According to research, there are many benefits of salicylic acid and skincare.
Derived from the bark of a willow tree, salicylic acid is a naturally occurring beta hydroxyl. With the same medicinal benefits of aspirin, salicylic acid can relieve skin redness and inflammation in unsightly skin conditions.
While the ingredient comes in many doses and forms like gels, wipes, creams and sprays to treat less invasive skin conditions, patients who suffer from oily skin that deeply clogs pores are often given a potent peel with straight salicylic to clean out the skin.
Noted for the same anti-inflammatory ingredients as aspirin, WebMd warns consumers of possible dangers, stating “people who are allergic to salicylates (found in aspirins) should not use products with salicylic acid,” especially when pregnant since it enters the bloodstream. The popular medical website explains that while dermatologists can prescribe salicylic acid, the cure can also be purchased in lesser doses over the counter.
Available in different percentages and most often found in cosmetic astringents and applied topically, salicylic acid also acts as an exfoliator for psoriasis and seborrheic skin conditions. A Livestrong.com report states “salicylic acid is a beta hydroxyl that is effective when used for exfoliation and there are several ways to use salicylic acid.”
After suggesting acne creams that contain salicylic acid, the report cites Revolution Health’s claim that salicylic acid “exfoliates skin and can improve texture and color of the skin. It penetrates oil-laden hair follicle openings and as a result, also helps with acne.”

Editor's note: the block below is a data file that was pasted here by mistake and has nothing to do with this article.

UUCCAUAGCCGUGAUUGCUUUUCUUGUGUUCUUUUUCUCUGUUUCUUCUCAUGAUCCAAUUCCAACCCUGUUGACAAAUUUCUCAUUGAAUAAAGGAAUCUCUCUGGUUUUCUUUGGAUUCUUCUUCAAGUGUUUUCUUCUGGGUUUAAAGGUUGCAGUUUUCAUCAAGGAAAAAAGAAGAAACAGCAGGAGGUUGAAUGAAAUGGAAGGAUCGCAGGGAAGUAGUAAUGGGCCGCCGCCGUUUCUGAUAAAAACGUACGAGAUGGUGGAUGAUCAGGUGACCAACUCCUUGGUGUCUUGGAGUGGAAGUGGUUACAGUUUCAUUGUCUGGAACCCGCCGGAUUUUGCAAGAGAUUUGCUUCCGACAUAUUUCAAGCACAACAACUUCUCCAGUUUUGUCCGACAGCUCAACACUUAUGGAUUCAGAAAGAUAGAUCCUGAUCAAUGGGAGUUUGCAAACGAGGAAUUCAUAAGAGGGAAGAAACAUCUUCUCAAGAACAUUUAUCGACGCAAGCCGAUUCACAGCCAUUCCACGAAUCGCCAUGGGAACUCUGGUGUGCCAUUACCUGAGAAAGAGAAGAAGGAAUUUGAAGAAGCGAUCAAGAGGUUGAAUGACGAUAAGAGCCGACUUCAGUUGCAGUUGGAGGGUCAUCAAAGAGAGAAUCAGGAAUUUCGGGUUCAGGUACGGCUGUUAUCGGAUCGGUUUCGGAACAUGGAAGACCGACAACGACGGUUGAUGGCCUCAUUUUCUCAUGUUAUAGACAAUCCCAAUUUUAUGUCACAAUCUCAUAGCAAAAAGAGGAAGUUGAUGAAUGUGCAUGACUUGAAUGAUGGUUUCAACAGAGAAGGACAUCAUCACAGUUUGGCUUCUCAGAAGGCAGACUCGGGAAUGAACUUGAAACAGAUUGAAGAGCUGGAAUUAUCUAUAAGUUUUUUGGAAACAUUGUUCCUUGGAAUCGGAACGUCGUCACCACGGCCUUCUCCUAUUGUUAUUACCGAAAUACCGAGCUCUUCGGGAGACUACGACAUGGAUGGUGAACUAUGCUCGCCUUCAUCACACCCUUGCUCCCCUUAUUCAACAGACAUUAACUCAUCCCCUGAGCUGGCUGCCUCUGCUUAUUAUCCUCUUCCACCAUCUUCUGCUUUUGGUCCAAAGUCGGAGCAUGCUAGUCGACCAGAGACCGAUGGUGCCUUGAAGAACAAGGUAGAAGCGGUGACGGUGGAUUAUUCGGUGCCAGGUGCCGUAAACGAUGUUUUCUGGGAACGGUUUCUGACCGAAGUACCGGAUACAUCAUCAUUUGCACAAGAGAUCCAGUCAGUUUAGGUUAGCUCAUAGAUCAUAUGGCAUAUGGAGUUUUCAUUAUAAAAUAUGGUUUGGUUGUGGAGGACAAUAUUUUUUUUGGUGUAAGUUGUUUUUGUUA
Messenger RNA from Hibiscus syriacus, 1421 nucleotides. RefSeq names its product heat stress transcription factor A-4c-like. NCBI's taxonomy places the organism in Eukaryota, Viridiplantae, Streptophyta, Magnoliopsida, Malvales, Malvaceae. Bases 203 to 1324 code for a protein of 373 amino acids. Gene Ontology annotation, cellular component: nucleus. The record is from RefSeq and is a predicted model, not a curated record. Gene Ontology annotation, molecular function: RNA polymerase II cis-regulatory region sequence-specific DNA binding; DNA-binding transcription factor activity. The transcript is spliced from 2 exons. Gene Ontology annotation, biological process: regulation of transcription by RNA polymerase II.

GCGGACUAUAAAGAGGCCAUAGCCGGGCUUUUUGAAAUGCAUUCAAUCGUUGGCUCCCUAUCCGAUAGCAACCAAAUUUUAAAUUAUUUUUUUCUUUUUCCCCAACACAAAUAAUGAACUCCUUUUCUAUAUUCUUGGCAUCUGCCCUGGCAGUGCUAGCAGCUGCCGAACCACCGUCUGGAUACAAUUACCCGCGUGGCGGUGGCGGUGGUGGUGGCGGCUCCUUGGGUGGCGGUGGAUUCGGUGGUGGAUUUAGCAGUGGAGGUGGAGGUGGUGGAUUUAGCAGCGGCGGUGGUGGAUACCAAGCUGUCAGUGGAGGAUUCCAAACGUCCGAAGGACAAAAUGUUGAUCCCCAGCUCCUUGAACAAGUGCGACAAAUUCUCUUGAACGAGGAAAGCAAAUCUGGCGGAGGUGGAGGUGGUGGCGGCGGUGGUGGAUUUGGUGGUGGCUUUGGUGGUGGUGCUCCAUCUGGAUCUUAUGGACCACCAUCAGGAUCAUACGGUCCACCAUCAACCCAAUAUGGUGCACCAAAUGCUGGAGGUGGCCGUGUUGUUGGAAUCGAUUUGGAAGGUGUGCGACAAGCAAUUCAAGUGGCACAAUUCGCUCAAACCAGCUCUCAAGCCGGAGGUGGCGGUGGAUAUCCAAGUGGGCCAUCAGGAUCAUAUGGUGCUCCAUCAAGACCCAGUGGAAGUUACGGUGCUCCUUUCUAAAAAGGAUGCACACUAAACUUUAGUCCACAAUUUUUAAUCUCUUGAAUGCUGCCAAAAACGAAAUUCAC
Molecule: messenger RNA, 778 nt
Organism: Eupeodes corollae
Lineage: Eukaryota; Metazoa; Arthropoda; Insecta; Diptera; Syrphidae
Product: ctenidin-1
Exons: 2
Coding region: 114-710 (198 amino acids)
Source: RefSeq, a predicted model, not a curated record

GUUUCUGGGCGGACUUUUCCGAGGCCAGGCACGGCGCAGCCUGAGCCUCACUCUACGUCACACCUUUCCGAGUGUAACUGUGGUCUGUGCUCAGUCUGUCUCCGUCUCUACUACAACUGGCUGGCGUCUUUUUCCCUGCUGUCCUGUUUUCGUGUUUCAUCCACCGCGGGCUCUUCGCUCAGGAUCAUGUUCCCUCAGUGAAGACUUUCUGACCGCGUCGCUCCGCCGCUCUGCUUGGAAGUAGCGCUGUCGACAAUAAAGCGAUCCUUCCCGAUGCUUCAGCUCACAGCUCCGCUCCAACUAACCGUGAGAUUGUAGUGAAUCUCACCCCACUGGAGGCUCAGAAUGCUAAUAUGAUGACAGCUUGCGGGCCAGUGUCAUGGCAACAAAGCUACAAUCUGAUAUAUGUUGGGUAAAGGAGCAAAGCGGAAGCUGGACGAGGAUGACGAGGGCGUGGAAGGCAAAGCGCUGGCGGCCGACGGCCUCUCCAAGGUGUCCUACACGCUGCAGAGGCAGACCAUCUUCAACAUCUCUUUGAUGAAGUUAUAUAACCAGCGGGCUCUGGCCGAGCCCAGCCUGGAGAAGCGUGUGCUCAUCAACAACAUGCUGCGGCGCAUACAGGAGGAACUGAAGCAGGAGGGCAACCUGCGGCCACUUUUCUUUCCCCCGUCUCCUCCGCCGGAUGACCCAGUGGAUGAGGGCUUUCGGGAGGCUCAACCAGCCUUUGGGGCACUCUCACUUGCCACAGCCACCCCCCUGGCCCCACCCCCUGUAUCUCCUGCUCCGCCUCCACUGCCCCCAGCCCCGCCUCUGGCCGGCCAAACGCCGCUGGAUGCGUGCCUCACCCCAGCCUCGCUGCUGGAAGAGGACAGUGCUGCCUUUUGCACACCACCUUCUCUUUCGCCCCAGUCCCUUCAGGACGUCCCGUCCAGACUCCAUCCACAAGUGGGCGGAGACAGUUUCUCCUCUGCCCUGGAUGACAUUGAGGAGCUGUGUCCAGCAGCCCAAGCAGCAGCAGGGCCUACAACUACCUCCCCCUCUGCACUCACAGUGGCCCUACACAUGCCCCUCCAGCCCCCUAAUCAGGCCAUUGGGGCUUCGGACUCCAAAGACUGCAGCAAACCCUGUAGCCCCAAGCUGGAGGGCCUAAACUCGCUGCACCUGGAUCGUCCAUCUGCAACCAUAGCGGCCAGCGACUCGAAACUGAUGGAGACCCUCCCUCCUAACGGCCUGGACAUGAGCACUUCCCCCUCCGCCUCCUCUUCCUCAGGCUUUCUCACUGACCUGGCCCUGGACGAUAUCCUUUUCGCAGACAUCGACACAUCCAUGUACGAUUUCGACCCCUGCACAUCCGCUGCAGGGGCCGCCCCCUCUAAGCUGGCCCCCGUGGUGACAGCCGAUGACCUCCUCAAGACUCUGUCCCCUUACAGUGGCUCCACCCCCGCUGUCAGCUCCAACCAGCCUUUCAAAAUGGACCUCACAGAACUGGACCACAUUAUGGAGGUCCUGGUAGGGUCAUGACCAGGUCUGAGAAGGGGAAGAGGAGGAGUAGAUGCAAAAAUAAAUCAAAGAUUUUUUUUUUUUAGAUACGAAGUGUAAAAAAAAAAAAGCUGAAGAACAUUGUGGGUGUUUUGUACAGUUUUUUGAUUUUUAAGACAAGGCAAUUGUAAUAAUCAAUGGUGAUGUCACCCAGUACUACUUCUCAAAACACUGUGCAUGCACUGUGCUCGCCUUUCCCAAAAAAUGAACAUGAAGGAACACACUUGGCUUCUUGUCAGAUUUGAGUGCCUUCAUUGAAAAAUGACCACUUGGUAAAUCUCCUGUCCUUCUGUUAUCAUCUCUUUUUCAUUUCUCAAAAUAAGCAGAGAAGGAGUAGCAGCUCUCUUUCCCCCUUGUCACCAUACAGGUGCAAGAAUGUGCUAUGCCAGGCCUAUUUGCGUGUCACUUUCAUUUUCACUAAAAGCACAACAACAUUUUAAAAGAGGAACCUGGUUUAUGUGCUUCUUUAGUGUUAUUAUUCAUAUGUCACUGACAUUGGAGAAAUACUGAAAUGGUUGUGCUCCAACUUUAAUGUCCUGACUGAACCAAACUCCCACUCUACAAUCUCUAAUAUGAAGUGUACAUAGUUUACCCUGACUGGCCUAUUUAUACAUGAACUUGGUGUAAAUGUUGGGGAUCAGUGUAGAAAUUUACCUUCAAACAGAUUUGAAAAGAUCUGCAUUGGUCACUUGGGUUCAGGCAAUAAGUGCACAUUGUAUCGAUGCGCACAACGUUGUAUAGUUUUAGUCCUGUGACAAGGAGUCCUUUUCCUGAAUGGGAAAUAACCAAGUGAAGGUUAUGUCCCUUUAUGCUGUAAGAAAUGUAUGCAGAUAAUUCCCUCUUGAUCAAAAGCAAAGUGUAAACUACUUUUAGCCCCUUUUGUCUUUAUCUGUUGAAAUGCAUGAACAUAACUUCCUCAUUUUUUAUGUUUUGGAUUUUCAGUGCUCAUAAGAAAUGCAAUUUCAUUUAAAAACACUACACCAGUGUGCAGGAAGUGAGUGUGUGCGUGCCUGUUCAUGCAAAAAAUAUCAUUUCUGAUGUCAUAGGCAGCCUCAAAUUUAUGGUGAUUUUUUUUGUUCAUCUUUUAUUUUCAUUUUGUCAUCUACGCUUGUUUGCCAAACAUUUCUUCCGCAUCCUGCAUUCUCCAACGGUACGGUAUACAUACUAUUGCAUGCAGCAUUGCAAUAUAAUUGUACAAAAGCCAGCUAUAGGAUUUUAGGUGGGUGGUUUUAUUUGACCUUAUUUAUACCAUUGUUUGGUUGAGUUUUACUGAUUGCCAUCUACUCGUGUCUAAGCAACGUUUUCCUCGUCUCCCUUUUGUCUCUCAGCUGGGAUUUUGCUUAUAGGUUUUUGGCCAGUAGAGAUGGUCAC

By cleansing follicles of excess naturally produced oils in the skin, salicylic acid has been found to wipe out whiteheads and break down blackheads. Promoted on television, Proactiv has stood its ground for almost a decade, curing millions of unsightly skin. The popular product promotes lactic acid as well, claiming the decongestant alpha hydroxyl acid helps clear out skin of unwanted oils.
Though it doesn’t burn, National Institutes of Health (NIH) information service MedlinePlus article explains that skin may become dry or irritated at the beginning of acne treatment with salicylic acid and, if so, should be applied less often. That is why it is so important to contact one’s dermatologist or physician before deciding to interject the ingredient into a daily skincare regimen, rather than find out too late that salicylic acid is too hot for you to handle.- See more at: http://www.healthyskinportal.com/articles/acne-psoriasis-salicyclic/628/#sthash.pG8HbvJt.dpuf